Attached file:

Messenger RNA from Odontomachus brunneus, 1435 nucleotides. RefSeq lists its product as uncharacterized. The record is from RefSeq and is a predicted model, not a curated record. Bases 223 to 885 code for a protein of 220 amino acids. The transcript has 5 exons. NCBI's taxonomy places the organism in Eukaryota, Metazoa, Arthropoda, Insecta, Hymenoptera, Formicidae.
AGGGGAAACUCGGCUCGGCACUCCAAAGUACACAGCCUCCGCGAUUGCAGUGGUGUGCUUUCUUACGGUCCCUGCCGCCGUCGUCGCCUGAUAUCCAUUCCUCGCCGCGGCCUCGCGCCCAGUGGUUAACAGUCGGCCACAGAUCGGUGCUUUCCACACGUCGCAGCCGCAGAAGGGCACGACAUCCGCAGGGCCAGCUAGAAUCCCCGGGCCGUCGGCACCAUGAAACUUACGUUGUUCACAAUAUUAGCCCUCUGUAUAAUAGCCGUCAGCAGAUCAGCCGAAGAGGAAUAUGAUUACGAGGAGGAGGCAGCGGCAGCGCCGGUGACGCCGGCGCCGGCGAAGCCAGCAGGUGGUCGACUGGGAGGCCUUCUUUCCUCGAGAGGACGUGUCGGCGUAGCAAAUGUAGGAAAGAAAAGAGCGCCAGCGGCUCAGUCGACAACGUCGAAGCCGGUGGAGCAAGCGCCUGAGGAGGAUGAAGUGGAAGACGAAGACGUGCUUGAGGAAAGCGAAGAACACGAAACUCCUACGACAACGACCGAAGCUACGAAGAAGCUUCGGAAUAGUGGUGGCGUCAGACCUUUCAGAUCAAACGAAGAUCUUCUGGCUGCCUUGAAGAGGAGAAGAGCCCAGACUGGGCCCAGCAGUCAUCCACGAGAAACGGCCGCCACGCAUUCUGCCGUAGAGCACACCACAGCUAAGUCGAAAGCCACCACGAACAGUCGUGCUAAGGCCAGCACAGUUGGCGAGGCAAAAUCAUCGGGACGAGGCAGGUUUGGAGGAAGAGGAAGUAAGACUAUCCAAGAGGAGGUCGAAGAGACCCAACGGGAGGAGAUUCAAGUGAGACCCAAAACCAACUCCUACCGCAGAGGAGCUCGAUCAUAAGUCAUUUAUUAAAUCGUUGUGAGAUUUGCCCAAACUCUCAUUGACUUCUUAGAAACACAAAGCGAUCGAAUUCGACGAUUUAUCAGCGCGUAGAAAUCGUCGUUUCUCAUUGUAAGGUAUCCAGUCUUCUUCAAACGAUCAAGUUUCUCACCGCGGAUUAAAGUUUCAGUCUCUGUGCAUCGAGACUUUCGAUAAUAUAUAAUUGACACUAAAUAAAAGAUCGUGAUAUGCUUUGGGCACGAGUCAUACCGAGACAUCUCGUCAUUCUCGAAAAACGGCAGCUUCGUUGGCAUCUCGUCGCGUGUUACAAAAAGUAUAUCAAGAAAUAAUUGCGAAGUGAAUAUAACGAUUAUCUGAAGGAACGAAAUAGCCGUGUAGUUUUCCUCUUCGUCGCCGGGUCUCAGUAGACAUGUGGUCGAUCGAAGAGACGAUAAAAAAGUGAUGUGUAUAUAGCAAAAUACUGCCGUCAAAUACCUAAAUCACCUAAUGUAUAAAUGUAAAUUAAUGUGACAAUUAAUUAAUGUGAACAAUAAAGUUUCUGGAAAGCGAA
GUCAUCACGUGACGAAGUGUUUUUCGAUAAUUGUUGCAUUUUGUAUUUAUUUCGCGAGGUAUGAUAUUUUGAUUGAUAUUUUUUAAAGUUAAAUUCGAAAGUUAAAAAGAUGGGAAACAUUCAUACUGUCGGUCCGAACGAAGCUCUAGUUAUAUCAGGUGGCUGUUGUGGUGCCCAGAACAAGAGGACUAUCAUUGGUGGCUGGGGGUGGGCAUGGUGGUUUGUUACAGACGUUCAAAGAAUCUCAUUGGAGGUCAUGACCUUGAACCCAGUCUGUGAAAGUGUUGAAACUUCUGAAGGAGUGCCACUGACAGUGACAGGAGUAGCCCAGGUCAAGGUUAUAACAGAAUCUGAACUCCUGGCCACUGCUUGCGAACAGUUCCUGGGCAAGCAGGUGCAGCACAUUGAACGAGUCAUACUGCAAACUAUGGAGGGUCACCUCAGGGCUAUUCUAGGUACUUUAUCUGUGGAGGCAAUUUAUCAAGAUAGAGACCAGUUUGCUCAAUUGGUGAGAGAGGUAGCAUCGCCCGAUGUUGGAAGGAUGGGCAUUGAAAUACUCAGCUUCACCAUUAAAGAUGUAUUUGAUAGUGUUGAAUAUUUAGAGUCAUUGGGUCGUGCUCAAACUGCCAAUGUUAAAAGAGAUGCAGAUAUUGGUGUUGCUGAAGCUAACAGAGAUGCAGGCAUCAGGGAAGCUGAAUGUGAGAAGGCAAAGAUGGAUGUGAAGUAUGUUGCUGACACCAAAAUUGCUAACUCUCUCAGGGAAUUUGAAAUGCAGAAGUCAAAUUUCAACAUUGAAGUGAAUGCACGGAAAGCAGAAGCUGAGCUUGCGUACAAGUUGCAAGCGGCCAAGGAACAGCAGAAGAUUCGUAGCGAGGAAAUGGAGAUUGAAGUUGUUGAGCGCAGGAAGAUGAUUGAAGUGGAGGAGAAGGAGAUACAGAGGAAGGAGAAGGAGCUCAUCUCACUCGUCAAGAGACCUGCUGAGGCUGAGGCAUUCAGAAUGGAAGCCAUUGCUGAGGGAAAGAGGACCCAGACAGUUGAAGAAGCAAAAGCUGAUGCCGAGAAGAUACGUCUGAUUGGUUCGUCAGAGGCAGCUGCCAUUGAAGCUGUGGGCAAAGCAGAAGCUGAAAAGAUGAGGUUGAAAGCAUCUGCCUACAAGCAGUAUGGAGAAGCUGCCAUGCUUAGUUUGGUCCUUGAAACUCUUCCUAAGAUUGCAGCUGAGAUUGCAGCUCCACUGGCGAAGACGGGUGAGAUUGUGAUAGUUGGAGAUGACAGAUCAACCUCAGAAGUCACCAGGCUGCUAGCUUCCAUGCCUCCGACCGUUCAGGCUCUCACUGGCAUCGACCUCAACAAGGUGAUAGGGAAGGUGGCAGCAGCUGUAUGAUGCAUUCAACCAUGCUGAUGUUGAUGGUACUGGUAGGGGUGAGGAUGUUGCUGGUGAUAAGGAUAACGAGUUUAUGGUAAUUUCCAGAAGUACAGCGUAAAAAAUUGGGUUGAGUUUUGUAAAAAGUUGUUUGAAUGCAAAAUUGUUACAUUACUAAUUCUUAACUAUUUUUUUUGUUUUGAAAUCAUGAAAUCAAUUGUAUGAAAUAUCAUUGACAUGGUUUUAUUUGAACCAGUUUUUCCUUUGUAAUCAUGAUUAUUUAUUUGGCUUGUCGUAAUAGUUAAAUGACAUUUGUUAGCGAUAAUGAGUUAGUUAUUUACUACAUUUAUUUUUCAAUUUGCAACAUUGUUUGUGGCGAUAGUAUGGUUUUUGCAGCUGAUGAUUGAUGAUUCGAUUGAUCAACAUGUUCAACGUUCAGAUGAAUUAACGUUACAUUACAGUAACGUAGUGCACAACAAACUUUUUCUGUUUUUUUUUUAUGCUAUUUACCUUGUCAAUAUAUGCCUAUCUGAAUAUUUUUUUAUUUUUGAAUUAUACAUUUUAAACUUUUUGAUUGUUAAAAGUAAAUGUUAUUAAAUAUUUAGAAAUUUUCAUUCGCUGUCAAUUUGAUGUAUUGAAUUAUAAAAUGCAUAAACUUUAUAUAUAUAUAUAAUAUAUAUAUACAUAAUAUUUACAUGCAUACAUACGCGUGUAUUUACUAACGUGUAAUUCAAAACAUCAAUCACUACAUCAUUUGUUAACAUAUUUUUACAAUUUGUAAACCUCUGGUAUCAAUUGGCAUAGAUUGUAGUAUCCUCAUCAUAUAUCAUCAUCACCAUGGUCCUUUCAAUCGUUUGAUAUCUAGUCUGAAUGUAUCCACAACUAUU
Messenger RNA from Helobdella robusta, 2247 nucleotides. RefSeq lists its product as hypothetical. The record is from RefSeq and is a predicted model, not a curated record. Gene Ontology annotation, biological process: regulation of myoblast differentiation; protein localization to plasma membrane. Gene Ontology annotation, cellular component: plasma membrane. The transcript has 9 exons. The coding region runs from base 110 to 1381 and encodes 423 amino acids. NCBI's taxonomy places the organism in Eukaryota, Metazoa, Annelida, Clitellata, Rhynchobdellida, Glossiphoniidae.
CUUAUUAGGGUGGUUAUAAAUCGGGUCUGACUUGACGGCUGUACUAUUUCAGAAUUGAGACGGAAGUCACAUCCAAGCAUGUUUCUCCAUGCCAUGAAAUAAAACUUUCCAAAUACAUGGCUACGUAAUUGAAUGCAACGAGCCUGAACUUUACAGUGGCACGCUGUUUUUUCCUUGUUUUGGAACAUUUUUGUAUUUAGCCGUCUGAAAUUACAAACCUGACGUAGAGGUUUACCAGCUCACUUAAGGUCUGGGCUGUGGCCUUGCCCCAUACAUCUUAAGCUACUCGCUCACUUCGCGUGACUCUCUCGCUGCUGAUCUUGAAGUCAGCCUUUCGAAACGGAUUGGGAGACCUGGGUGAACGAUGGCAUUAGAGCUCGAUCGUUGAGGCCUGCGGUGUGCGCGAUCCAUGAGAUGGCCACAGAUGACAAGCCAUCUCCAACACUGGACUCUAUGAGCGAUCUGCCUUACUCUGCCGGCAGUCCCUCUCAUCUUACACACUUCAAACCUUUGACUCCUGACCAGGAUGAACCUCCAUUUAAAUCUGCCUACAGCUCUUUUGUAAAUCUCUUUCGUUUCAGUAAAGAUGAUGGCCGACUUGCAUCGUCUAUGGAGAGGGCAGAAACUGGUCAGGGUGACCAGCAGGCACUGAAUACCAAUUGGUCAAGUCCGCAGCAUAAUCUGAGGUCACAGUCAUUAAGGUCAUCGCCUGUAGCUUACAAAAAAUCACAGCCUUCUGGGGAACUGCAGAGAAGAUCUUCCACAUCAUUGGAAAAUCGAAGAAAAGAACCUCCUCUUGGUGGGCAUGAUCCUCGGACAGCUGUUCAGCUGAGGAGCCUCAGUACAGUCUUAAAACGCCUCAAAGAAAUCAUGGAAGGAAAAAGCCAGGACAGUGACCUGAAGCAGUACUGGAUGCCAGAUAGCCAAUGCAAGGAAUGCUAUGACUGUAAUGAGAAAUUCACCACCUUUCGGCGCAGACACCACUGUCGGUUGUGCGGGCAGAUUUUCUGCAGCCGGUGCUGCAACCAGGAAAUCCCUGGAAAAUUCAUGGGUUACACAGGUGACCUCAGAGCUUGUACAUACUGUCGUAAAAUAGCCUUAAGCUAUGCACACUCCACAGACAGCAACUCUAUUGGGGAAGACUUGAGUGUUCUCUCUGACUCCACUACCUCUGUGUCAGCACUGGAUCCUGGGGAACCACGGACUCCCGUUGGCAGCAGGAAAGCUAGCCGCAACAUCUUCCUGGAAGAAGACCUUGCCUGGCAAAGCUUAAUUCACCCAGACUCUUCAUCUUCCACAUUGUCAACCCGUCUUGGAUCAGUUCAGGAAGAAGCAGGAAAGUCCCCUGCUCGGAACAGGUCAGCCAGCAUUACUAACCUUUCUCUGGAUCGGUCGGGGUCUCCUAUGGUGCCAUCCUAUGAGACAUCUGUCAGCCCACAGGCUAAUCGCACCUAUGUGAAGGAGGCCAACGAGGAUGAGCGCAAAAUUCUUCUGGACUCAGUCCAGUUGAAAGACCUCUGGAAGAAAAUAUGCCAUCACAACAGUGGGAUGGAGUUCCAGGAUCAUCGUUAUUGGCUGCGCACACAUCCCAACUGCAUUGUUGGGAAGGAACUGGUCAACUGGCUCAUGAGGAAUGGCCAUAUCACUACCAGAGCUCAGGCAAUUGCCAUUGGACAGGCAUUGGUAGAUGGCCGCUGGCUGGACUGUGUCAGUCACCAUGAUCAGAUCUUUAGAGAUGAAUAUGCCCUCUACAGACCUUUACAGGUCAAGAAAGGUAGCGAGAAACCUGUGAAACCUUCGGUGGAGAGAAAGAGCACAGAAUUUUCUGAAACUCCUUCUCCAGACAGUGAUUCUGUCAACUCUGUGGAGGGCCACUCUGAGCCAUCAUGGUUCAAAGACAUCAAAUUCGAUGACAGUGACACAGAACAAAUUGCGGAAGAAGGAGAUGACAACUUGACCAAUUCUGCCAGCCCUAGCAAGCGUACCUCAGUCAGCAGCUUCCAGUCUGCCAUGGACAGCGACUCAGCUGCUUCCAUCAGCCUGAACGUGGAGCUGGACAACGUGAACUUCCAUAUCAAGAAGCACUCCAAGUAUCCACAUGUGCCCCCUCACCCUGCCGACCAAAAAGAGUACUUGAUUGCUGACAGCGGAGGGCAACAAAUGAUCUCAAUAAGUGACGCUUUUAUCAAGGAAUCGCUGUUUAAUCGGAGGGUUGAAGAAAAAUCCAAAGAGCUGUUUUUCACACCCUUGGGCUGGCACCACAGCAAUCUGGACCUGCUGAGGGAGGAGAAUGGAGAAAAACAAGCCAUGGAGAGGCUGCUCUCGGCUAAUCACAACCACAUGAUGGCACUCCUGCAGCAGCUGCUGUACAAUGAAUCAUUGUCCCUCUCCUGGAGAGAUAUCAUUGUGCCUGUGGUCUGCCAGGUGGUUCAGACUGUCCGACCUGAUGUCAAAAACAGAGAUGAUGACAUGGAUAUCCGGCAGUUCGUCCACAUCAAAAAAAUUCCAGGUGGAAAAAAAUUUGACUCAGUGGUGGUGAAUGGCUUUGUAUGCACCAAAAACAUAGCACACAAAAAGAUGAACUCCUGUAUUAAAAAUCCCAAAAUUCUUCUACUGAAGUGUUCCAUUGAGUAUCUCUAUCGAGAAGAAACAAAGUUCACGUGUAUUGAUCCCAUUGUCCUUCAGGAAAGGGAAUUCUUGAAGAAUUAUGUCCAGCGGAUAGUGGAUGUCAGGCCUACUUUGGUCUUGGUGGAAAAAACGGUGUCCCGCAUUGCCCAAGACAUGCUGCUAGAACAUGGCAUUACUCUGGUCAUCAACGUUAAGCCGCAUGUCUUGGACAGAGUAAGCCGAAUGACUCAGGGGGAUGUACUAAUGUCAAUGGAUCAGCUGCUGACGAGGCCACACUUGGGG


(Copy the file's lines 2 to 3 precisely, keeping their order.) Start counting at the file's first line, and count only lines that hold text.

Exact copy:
AGGGGAAACUCGGCUCGGCACUCCAAAGUACACAGCCUCCGCGAUUGCAGUGGUGUGCUUUCUUACGGUCCCUGCCGCCGUCGUCGCCUGAUAUCCAUUCCUCGCCGCGGCCUCGCGCCCAGUGGUUAACAGUCGGCCACAGAUCGGUGCUUUCCACACGUCGCAGCCGCAGAAGGGCACGACAUCCGCAGGGCCAGCUAGAAUCCCCGGGCCGUCGGCACCAUGAAACUUACGUUGUUCACAAUAUUAGCCCUCUGUAUAAUAGCCGUCAGCAGAUCAGCCGAAGAGGAAUAUGAUUACGAGGAGGAGGCAGCGGCAGCGCCGGUGACGCCGGCGCCGGCGAAGCCAGCAGGUGGUCGACUGGGAGGCCUUCUUUCCUCGAGAGGACGUGUCGGCGUAGCAAAUGUAGGAAAGAAAAGAGCGCCAGCGGCUCAGUCGACAACGUCGAAGCCGGUGGAGCAAGCGCCUGAGGAGGAUGAAGUGGAAGACGAAGACGUGCUUGAGGAAAGCGAAGAACACGAAACUCCUACGACAACGACCGAAGCUACGAAGAAGCUUCGGAAUAGUGGUGGCGUCAGACCUUUCAGAUCAAACGAAGAUCUUCUGGCUGCCUUGAAGAGGAGAAGAGCCCAGACUGGGCCCAGCAGUCAUCCACGAGAAACGGCCGCCACGCAUUCUGCCGUAGAGCACACCACAGCUAAGUCGAAAGCCACCACGAACAGUCGUGCUAAGGCCAGCACAGUUGGCGAGGCAAAAUCAUCGGGACGAGGCAGGUUUGGAGGAAGAGGAAGUAAGACUAUCCAAGAGGAGGUCGAAGAGACCCAACGGGAGGAGAUUCAAGUGAGACCCAAAACCAACUCCUACCGCAGAGGAGCUCGAUCAUAAGUCAUUUAUUAAAUCGUUGUGAGAUUUGCCCAAACUCUCAUUGACUUCUUAGAAACACAAAGCGAUCGAAUUCGACGAUUUAUCAGCGCGUAGAAAUCGUCGUUUCUCAUUGUAAGGUAUCCAGUCUUCUUCAAACGAUCAAGUUUCUCACCGCGGAUUAAAGUUUCAGUCUCUGUGCAUCGAGACUUUCGAUAAUAUAUAAUUGACACUAAAUAAAAGAUCGUGAUAUGCUUUGGGCACGAGUCAUACCGAGACAUCUCGUCAUUCUCGAAAAACGGCAGCUUCGUUGGCAUCUCGUCGCGUGUUACAAAAAGUAUAUCAAGAAAUAAUUGCGAAGUGAAUAUAACGAUUAUCUGAAGGAACGAAAUAGCCGUGUAGUUUUCCUCUUCGUCGCCGGGUCUCAGUAGACAUGUGGUCGAUCGAAGAGACGAUAAAAAAGUGAUGUGUAUAUAGCAAAAUACUGCCGUCAAAUACCUAAAUCACCUAAUGUAUAAAUGUAAAUUAAUGUGACAAUUAAUUAAUGUGAACAAUAAAGUUUCUGGAAAGCGAA
GUCAUCACGUGACGAAGUGUUUUUCGAUAAUUGUUGCAUUUUGUAUUUAUUUCGCGAGGUAUGAUAUUUUGAUUGAUAUUUUUUAAAGUUAAAUUCGAAAGUUAAAAAGAUGGGAAACAUUCAUACUGUCGGUCCGAACGAAGCUCUAGUUAUAUCAGGUGGCUGUUGUGGUGCCCAGAACAAGAGGACUAUCAUUGGUGGCUGGGGGUGGGCAUGGUGGUUUGUUACAGACGUUCAAAGAAUCUCAUUGGAGGUCAUGACCUUGAACCCAGUCUGUGAAAGUGUUGAAACUUCUGAAGGAGUGCCACUGACAGUGACAGGAGUAGCCCAGGUCAAGGUUAUAACAGAAUCUGAACUCCUGGCCACUGCUUGCGAACAGUUCCUGGGCAAGCAGGUGCAGCACAUUGAACGAGUCAUACUGCAAACUAUGGAGGGUCACCUCAGGGCUAUUCUAGGUACUUUAUCUGUGGAGGCAAUUUAUCAAGAUAGAGACCAGUUUGCUCAAUUGGUGAGAGAGGUAGCAUCGCCCGAUGUUGGAAGGAUGGGCAUUGAAAUACUCAGCUUCACCAUUAAAGAUGUAUUUGAUAGUGUUGAAUAUUUAGAGUCAUUGGGUCGUGCUCAAACUGCCAAUGUUAAAAGAGAUGCAGAUAUUGGUGUUGCUGAAGCUAACAGAGAUGCAGGCAUCAGGGAAGCUGAAUGUGAGAAGGCAAAGAUGGAUGUGAAGUAUGUUGCUGACACCAAAAUUGCUAACUCUCUCAGGGAAUUUGAAAUGCAGAAGUCAAAUUUCAACAUUGAAGUGAAUGCACGGAAAGCAGAAGCUGAGCUUGCGUACAAGUUGCAAGCGGCCAAGGAACAGCAGAAGAUUCGUAGCGAGGAAAUGGAGAUUGAAGUUGUUGAGCGCAGGAAGAUGAUUGAAGUGGAGGAGAAGGAGAUACAGAGGAAGGAGAAGGAGCUCAUCUCACUCGUCAAGAGACCUGCUGAGGCUGAGGCAUUCAGAAUGGAAGCCAUUGCUGAGGGAAAGAGGACCCAGACAGUUGAAGAAGCAAAAGCUGAUGCCGAGAAGAUACGUCUGAUUGGUUCGUCAGAGGCAGCUGCCAUUGAAGCUGUGGGCAAAGCAGAAGCUGAAAAGAUGAGGUUGAAAGCAUCUGCCUACAAGCAGUAUGGAGAAGCUGCCAUGCUUAGUUUGGUCCUUGAAACUCUUCCUAAGAUUGCAGCUGAGAUUGCAGCUCCACUGGCGAAGACGGGUGAGAUUGUGAUAGUUGGAGAUGACAGAUCAACCUCAGAAGUCACCAGGCUGCUAGCUUCCAUGCCUCCGACCGUUCAGGCUCUCACUGGCAUCGACCUCAACAAGGUGAUAGGGAAGGUGGCAGCAGCUGUAUGAUGCAUUCAACCAUGCUGAUGUUGAUGGUACUGGUAGGGGUGAGGAUGUUGCUGGUGAUAAGGAUAACGAGUUUAUGGUAAUUUCCAGAAGUACAGCGUAAAAAAUUGGGUUGAGUUUUGUAAAAAGUUGUUUGAAUGCAAAAUUGUUACAUUACUAAUUCUUAACUAUUUUUUUUGUUUUGAAAUCAUGAAAUCAAUUGUAUGAAAUAUCAUUGACAUGGUUUUAUUUGAACCAGUUUUUCCUUUGUAAUCAUGAUUAUUUAUUUGGCUUGUCGUAAUAGUUAAAUGACAUUUGUUAGCGAUAAUGAGUUAGUUAUUUACUACAUUUAUUUUUCAAUUUGCAACAUUGUUUGUGGCGAUAGUAUGGUUUUUGCAGCUGAUGAUUGAUGAUUCGAUUGAUCAACAUGUUCAACGUUCAGAUGAAUUAACGUUACAUUACAGUAACGUAGUGCACAACAAACUUUUUCUGUUUUUUUUUUAUGCUAUUUACCUUGUCAAUAUAUGCCUAUCUGAAUAUUUUUUUAUUUUUGAAUUAUACAUUUUAAACUUUUUGAUUGUUAAAAGUAAAUGUUAUUAAAUAUUUAGAAAUUUUCAUUCGCUGUCAAUUUGAUGUAUUGAAUUAUAAAAUGCAUAAACUUUAUAUAUAUAUAUAAUAUAUAUAUACAUAAUAUUUACAUGCAUACAUACGCGUGUAUUUACUAACGUGUAAUUCAAAACAUCAAUCACUACAUCAUUUGUUAACAUAUUUUUACAAUUUGUAAACCUCUGGUAUCAAUUGGCAUAGAUUGUAGUAUCCUCAUCAUAUAUCAUCAUCACCAUGGUCCUUUCAAUCGUUUGAUAUCUAGUCUGAAUGUAUCCACAACUAUU